Restraining Orders in San Diego
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A domestic violence restraining order (DVRO) is an order by a judge in civil court requiring that an abuser stop abusing the victim or suffer serious legal consequences. The order offers protection to both male and female victims of abuse.
Who Can Be Charged With A Restraining Order?
- In order to get a domestic violence protective order in California, someone must be:
- A current or former spouse
- A boyfriend or girlfriend
- A person with whom you have a child in common
- A person you live or lived with
- A person related to you by blood or marriage
Actions That Can Lead to a DVRO
- Under California family law, the abuser must commit or have committed one of the following actions:
- Caused or tried to cause physical injury
- Assaults you sexually
- Makes you afraid that you or someone else is in danger of immediate and serious physical injury
- Stalks or uses force against you, including molestation, attacks, strikes or batters
- Either harasses or threatens to harass you (It can be done by telephone, mail or email and does not have to be done in person)
- Destroys your personal property
- Disturbs your peace
Types of Restraining Orders
There are three types of domestic violence restraining orders: emergency protective order, temporary restraining order and restraining order after hearing.
Emergency Protective Order
In a situation of domestic abuse, if you call a police officer to your residence, the officer can contact a judge at any hour of the day or night to get an emergency protective order that becomes effective immediately. If the judge believes there is an immediate danger of spousal or child abuse or child kidnapping, the judge can issue an emergency protective order.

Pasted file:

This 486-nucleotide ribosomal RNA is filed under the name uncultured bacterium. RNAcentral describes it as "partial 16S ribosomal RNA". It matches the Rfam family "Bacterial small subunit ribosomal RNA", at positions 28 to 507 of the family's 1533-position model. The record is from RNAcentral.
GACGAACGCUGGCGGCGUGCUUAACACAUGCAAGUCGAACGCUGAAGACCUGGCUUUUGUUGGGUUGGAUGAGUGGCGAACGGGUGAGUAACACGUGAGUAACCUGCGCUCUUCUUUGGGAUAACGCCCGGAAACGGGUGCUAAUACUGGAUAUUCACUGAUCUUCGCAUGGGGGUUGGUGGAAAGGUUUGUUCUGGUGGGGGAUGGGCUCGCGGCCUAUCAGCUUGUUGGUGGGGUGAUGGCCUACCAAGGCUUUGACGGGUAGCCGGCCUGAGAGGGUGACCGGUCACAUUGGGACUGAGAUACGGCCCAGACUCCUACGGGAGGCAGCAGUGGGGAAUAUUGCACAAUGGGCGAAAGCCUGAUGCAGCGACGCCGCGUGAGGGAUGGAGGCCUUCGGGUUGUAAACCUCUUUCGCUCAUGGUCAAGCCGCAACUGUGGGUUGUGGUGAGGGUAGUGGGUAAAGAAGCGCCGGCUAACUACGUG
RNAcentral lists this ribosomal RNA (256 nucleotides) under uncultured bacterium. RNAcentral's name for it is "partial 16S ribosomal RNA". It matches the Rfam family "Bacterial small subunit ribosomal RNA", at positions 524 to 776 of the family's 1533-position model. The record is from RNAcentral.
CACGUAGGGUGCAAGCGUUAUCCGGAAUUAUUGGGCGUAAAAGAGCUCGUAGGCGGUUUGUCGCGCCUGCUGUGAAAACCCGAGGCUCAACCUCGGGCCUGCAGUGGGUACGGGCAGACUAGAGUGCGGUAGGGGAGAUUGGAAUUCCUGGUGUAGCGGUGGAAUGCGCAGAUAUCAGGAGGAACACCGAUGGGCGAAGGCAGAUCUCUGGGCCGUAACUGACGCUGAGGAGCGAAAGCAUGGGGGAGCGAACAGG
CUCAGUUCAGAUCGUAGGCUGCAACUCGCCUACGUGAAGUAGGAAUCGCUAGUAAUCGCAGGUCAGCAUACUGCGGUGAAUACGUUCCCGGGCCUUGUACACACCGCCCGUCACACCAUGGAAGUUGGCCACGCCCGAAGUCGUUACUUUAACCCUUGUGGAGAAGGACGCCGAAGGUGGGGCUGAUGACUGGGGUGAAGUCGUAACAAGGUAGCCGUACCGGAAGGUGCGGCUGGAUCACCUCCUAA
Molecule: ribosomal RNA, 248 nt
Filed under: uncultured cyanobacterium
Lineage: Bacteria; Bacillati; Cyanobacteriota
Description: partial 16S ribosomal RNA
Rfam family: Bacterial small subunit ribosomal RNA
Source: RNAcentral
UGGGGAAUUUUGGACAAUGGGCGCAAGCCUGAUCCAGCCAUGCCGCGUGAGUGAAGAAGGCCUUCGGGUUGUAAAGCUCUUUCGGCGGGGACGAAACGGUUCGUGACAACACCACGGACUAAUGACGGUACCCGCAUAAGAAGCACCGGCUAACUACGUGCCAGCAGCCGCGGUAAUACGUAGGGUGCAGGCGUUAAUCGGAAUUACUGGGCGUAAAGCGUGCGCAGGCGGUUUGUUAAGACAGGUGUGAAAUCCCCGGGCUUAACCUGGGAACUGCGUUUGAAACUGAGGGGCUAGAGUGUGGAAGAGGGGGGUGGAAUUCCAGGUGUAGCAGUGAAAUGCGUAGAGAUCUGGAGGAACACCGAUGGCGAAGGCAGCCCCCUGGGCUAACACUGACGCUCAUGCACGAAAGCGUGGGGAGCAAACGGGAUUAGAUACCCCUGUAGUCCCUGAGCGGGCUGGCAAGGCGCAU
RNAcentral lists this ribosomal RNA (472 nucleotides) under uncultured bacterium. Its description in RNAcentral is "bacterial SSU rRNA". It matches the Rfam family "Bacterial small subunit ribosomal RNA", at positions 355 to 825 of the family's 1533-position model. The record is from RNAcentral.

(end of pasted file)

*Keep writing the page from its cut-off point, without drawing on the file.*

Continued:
This type of order lasts a maximum of five business or seven calendar days, whichever is shorter. The purpose of this type of order is to give the victim time to seek from the court a DVRO, which would last longer than the emergency order. Under an emergency protective order, just like under a DVRO, the judge can require that the abuser leave the residence immediately and have no contact with the victim.
Temporary Restraining Order
The victim must go to court to request a DVRO. It often can take three weeks before the victim is supposed to return to court to have a full hearing. If he or she is in present danger and needs protection immediately, the court can issue a temporary restraining order, which requires that the abuser leave the residence at once and have no further contact with the victim until the DVRO is issued.
Restraining Order After Hearing
After the hearing to get a DVRO, the judge can issue a “restraining order after hearing” that can last as long as five years if the judge so rules. If the judge does not give a termination date for the restraining order, it lasts three years. The victim may ask the court for an extension of the restraining order or request a permanent DVRO.
For more information, please contact The Edmunds Law Firm. Our San Diego family law attorneys can help you understand your legal rights when dealing with a restraining order.